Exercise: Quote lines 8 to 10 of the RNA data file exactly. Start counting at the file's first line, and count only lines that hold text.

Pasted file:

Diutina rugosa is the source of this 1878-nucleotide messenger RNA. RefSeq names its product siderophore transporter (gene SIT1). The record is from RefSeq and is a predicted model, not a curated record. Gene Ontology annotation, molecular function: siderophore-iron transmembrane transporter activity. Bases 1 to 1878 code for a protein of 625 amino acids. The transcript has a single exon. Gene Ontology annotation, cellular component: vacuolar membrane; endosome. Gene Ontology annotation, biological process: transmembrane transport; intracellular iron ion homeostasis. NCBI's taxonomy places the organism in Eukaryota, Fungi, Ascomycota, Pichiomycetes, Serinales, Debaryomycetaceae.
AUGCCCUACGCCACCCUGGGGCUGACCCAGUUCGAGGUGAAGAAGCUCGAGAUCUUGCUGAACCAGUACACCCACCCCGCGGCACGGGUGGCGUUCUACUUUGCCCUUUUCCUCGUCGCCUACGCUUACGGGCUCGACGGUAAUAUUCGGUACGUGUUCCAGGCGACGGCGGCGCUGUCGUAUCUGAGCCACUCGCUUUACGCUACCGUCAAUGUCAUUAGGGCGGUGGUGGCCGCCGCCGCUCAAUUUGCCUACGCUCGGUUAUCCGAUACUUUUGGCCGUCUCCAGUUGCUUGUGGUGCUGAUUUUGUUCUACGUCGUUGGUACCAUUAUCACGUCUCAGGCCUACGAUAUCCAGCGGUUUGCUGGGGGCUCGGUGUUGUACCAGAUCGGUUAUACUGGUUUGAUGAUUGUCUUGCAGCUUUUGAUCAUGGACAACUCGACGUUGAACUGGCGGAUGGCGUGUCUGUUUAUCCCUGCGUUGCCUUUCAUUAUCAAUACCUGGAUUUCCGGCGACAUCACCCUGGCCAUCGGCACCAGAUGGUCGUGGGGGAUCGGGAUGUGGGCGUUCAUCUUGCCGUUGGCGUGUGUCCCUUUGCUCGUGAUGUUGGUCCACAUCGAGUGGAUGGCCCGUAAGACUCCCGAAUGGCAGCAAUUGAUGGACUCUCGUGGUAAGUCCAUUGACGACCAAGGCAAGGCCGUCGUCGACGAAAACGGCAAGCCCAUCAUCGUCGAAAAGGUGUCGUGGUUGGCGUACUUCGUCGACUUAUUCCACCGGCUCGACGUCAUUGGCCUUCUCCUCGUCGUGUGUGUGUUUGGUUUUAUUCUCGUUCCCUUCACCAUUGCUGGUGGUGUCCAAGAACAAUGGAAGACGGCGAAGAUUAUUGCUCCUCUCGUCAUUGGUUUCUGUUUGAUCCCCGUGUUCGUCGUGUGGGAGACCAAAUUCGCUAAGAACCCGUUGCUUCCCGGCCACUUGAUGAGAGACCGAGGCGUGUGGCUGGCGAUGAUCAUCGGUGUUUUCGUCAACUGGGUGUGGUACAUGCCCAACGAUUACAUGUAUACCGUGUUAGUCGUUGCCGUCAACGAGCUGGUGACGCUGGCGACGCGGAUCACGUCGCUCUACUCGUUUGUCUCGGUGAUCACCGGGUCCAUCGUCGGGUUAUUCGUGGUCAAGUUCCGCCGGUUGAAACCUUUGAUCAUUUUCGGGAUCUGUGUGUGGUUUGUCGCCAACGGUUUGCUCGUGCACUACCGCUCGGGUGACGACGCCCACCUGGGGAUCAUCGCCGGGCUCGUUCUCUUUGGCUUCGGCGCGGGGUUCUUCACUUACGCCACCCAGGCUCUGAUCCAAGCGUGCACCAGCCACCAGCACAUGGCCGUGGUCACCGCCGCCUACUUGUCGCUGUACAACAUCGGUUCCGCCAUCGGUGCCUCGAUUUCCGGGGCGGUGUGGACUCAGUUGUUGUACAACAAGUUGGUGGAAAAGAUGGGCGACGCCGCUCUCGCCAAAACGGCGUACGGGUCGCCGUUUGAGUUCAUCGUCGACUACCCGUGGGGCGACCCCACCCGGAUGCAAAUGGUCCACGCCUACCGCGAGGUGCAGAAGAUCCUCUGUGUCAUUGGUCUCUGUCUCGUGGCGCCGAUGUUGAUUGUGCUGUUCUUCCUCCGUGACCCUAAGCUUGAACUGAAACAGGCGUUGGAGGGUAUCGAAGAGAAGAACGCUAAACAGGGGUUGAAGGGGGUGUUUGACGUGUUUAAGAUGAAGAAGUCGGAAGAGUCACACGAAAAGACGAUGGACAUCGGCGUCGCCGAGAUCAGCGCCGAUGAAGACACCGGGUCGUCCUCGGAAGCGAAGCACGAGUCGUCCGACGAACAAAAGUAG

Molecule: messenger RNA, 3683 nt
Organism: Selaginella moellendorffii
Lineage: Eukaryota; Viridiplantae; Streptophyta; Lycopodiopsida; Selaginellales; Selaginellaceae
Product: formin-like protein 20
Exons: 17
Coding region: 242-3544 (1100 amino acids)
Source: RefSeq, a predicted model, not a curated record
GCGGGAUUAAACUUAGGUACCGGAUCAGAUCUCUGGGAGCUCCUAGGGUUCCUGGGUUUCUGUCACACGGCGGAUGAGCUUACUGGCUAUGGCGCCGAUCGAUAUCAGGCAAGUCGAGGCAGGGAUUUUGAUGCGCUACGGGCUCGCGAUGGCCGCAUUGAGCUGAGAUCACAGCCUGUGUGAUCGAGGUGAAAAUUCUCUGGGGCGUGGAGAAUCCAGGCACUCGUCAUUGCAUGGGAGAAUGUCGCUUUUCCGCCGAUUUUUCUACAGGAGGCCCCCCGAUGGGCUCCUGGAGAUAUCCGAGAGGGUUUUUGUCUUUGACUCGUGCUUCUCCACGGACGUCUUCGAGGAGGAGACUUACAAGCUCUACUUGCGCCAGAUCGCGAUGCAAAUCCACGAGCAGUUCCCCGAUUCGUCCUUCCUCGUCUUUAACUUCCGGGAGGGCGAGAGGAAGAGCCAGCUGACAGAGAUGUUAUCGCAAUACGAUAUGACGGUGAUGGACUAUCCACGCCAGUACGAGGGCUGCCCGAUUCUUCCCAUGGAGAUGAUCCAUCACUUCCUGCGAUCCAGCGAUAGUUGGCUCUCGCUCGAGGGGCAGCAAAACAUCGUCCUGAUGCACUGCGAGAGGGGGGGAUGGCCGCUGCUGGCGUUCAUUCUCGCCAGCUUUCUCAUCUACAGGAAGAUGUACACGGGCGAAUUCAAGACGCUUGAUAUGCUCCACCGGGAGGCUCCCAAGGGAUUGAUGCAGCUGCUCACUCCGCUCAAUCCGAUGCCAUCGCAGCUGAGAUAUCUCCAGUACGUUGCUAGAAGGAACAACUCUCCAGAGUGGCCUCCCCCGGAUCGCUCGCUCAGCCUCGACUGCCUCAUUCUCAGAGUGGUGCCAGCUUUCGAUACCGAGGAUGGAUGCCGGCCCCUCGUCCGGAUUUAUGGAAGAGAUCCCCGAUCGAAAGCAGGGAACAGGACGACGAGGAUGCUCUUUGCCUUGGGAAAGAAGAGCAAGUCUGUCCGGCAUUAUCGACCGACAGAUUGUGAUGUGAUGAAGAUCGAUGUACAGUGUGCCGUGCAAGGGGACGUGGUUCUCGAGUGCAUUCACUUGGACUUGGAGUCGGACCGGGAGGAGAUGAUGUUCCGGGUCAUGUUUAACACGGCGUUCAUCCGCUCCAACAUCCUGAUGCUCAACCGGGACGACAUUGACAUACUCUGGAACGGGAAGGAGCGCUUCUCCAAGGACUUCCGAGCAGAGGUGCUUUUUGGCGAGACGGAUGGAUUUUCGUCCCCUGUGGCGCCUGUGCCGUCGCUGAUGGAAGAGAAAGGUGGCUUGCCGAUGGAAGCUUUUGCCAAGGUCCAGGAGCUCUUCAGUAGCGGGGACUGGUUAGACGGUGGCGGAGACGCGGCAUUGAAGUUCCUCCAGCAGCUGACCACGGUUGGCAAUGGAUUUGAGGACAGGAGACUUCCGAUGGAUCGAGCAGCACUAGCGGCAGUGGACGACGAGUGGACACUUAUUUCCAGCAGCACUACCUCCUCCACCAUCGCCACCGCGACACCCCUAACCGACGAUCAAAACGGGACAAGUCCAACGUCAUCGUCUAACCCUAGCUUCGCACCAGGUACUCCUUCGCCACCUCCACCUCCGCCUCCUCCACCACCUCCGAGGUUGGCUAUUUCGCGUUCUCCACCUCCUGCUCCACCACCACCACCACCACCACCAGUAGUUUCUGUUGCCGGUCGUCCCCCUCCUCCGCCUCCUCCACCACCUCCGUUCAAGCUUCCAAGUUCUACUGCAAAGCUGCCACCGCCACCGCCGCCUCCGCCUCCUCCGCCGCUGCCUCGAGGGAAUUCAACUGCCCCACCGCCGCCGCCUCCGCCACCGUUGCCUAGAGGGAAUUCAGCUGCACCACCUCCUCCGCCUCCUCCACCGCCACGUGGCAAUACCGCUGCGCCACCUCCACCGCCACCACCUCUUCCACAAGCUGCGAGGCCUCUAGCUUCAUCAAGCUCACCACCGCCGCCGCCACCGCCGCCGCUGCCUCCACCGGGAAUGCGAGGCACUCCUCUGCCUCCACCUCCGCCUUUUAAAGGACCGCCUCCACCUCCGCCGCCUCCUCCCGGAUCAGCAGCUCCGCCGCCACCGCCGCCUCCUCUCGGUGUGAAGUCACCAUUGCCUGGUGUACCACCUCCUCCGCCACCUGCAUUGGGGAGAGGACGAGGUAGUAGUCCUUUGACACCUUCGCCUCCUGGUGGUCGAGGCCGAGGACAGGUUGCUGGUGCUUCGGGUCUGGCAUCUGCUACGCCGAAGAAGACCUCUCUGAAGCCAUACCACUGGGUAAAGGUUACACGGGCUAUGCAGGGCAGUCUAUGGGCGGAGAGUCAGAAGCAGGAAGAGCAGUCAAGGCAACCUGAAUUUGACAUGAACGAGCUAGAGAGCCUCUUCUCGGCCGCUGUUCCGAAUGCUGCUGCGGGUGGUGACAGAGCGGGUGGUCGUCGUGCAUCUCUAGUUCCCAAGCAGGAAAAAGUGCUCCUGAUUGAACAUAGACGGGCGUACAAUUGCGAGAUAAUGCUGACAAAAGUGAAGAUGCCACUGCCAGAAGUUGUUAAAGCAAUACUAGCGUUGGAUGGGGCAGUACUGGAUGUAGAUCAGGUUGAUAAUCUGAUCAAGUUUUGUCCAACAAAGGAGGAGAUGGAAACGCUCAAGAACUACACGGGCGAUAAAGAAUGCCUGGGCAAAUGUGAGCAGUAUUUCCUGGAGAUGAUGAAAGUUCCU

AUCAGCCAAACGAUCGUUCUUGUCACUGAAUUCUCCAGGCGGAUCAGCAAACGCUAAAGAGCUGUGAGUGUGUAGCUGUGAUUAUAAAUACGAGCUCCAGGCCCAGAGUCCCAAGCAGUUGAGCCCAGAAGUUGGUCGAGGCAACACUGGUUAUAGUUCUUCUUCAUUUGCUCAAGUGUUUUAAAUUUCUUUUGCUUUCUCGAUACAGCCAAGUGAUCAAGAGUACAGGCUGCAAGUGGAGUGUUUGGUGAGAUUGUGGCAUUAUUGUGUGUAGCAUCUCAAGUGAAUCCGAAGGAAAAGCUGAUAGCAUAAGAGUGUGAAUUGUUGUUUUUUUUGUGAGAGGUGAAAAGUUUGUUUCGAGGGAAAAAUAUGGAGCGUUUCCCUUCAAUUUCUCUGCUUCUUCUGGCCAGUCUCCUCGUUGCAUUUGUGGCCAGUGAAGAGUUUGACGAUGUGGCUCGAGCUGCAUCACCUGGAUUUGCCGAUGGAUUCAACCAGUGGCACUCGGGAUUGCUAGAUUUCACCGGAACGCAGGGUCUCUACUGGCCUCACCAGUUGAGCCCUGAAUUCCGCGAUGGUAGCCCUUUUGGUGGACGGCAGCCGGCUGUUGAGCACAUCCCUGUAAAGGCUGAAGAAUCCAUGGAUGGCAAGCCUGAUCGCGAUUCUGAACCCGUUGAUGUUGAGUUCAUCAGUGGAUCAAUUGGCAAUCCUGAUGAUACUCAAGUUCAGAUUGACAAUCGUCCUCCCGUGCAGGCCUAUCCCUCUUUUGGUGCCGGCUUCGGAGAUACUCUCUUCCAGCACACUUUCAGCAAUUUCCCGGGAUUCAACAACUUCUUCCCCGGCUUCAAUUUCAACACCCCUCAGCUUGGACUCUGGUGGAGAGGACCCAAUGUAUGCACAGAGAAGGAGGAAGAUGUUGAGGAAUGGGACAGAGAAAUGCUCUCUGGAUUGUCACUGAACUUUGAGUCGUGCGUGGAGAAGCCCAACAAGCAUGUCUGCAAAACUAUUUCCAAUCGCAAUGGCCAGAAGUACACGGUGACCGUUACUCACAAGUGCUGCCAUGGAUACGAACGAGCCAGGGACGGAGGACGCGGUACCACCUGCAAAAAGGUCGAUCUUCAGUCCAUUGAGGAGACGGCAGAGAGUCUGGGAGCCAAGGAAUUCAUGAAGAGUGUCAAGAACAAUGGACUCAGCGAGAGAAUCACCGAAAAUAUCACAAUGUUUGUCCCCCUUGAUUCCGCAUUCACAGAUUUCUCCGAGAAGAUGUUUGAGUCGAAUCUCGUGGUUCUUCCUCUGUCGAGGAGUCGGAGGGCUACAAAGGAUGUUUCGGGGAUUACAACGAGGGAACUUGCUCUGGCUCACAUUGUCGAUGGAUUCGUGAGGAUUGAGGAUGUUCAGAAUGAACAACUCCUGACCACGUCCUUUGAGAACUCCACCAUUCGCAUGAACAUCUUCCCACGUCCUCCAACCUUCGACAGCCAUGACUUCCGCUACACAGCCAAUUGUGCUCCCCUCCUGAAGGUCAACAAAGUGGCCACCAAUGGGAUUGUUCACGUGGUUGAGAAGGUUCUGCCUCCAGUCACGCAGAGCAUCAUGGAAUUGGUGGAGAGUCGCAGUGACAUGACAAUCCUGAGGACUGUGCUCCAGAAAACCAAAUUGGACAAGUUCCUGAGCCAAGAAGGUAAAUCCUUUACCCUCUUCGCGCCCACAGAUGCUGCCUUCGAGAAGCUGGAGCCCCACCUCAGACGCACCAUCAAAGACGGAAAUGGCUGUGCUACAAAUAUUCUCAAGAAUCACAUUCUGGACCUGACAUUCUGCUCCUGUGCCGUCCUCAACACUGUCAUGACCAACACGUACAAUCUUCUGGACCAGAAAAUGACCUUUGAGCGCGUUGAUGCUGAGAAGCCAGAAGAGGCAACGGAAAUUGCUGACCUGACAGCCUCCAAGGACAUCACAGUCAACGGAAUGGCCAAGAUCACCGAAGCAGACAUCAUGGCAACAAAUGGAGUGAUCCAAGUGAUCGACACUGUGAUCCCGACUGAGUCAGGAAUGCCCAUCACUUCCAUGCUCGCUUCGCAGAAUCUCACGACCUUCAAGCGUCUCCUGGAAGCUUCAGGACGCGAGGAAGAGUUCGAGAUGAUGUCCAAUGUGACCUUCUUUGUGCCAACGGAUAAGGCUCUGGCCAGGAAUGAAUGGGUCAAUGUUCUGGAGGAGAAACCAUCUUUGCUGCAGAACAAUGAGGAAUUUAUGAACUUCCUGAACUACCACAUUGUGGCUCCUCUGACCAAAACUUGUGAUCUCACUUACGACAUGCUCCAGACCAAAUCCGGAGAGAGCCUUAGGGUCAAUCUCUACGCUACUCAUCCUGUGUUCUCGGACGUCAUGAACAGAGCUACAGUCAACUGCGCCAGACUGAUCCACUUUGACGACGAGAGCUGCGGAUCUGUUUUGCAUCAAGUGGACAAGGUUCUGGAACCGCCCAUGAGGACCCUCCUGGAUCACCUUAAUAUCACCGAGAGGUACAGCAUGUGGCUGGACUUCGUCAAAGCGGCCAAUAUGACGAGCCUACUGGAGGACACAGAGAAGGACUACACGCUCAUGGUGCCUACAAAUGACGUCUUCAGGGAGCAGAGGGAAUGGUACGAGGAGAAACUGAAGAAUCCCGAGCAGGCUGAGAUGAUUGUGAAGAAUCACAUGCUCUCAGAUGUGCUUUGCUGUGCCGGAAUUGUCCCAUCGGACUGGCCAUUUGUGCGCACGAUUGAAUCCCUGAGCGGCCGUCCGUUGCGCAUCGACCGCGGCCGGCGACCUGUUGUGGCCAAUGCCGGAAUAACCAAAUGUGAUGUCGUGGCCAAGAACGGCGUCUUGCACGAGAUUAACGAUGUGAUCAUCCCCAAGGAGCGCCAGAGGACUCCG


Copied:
Coding region: 242-3544 (1100 amino acids)
Source: RefSeq, a predicted model, not a curated record
GCGGGAUUAAACUUAGGUACCGGAUCAGAUCUCUGGGAGCUCCUAGGGUUCCUGGGUUUCUGUCACACGGCGGAUGAGCUUACUGGCUAUGGCGCCGAUCGAUAUCAGGCAAGUCGAGGCAGGGAUUUUGAUGCGCUACGGGCUCGCGAUGGCCGCAUUGAGCUGAGAUCACAGCCUGUGUGAUCGAGGUGAAAAUUCUCUGGGGCGUGGAGAAUCCAGGCACUCGUCAUUGCAUGGGAGAAUGUCGCUUUUCCGCCGAUUUUUCUACAGGAGGCCCCCCGAUGGGCUCCUGGAGAUAUCCGAGAGGGUUUUUGUCUUUGACUCGUGCUUCUCCACGGACGUCUUCGAGGAGGAGACUUACAAGCUCUACUUGCGCCAGAUCGCGAUGCAAAUCCACGAGCAGUUCCCCGAUUCGUCCUUCCUCGUCUUUAACUUCCGGGAGGGCGAGAGGAAGAGCCAGCUGACAGAGAUGUUAUCGCAAUACGAUAUGACGGUGAUGGACUAUCCACGCCAGUACGAGGGCUGCCCGAUUCUUCCCAUGGAGAUGAUCCAUCACUUCCUGCGAUCCAGCGAUAGUUGGCUCUCGCUCGAGGGGCAGCAAAACAUCGUCCUGAUGCACUGCGAGAGGGGGGGAUGGCCGCUGCUGGCGUUCAUUCUCGCCAGCUUUCUCAUCUACAGGAAGAUGUACACGGGCGAAUUCAAGACGCUUGAUAUGCUCCACCGGGAGGCUCCCAAGGGAUUGAUGCAGCUGCUCACUCCGCUCAAUCCGAUGCCAUCGCAGCUGAGAUAUCUCCAGUACGUUGCUAGAAGGAACAACUCUCCAGAGUGGCCUCCCCCGGAUCGCUCGCUCAGCCUCGACUGCCUCAUUCUCAGAGUGGUGCCAGCUUUCGAUACCGAGGAUGGAUGCCGGCCCCUCGUCCGGAUUUAUGGAAGAGAUCCCCGAUCGAAAGCAGGGAACAGGACGACGAGGAUGCUCUUUGCCUUGGGAAAGAAGAGCAAGUCUGUCCGGCAUUAUCGACCGACAGAUUGUGAUGUGAUGAAGAUCGAUGUACAGUGUGCCGUGCAAGGGGACGUGGUUCUCGAGUGCAUUCACUUGGACUUGGAGUCGGACCGGGAGGAGAUGAUGUUCCGGGUCAUGUUUAACACGGCGUUCAUCCGCUCCAACAUCCUGAUGCUCAACCGGGACGACAUUGACAUACUCUGGAACGGGAAGGAGCGCUUCUCCAAGGACUUCCGAGCAGAGGUGCUUUUUGGCGAGACGGAUGGAUUUUCGUCCCCUGUGGCGCCUGUGCCGUCGCUGAUGGAAGAGAAAGGUGGCUUGCCGAUGGAAGCUUUUGCCAAGGUCCAGGAGCUCUUCAGUAGCGGGGACUGGUUAGACGGUGGCGGAGACGCGGCAUUGAAGUUCCUCCAGCAGCUGACCACGGUUGGCAAUGGAUUUGAGGACAGGAGACUUCCGAUGGAUCGAGCAGCACUAGCGGCAGUGGACGACGAGUGGACACUUAUUUCCAGCAGCACUACCUCCUCCACCAUCGCCACCGCGACACCCCUAACCGACGAUCAAAACGGGACAAGUCCAACGUCAUCGUCUAACCCUAGCUUCGCACCAGGUACUCCUUCGCCACCUCCACCUCCGCCUCCUCCACCACCUCCGAGGUUGGCUAUUUCGCGUUCUCCACCUCCUGCUCCACCACCACCACCACCACCACCAGUAGUUUCUGUUGCCGGUCGUCCCCCUCCUCCGCCUCCUCCACCACCUCCGUUCAAGCUUCCAAGUUCUACUGCAAAGCUGCCACCGCCACCGCCGCCUCCGCCUCCUCCGCCGCUGCCUCGAGGGAAUUCAACUGCCCCACCGCCGCCGCCUCCGCCACCGUUGCCUAGAGGGAAUUCAGCUGCACCACCUCCUCCGCCUCCUCCACCGCCACGUGGCAAUACCGCUGCGCCACCUCCACCGCCACCACCUCUUCCACAAGCUGCGAGGCCUCUAGCUUCAUCAAGCUCACCACCGCCGCCGCCACCGCCGCCGCUGCCUCCACCGGGAAUGCGAGGCACUCCUCUGCCUCCACCUCCGCCUUUUAAAGGACCGCCUCCACCUCCGCCGCCUCCUCCCGGAUCAGCAGCUCCGCCGCCACCGCCGCCUCCUCUCGGUGUGAAGUCACCAUUGCCUGGUGUACCACCUCCUCCGCCACCUGCAUUGGGGAGAGGACGAGGUAGUAGUCCUUUGACACCUUCGCCUCCUGGUGGUCGAGGCCGAGGACAGGUUGCUGGUGCUUCGGGUCUGGCAUCUGCUACGCCGAAGAAGACCUCUCUGAAGCCAUACCACUGGGUAAAGGUUACACGGGCUAUGCAGGGCAGUCUAUGGGCGGAGAGUCAGAAGCAGGAAGAGCAGUCAAGGCAACCUGAAUUUGACAUGAACGAGCUAGAGAGCCUCUUCUCGGCCGCUGUUCCGAAUGCUGCUGCGGGUGGUGACAGAGCGGGUGGUCGUCGUGCAUCUCUAGUUCCCAAGCAGGAAAAAGUGCUCCUGAUUGAACAUAGACGGGCGUACAAUUGCGAGAUAAUGCUGACAAAAGUGAAGAUGCCACUGCCAGAAGUUGUUAAAGCAAUACUAGCGUUGGAUGGGGCAGUACUGGAUGUAGAUCAGGUUGAUAAUCUGAUCAAGUUUUGUCCAACAAAGGAGGAGAUGGAAACGCUCAAGAACUACACGGGCGAUAAAGAAUGCCUGGGCAAAUGUGAGCAGUAUUUCCUGGAGAUGAUGAAAGUUCCU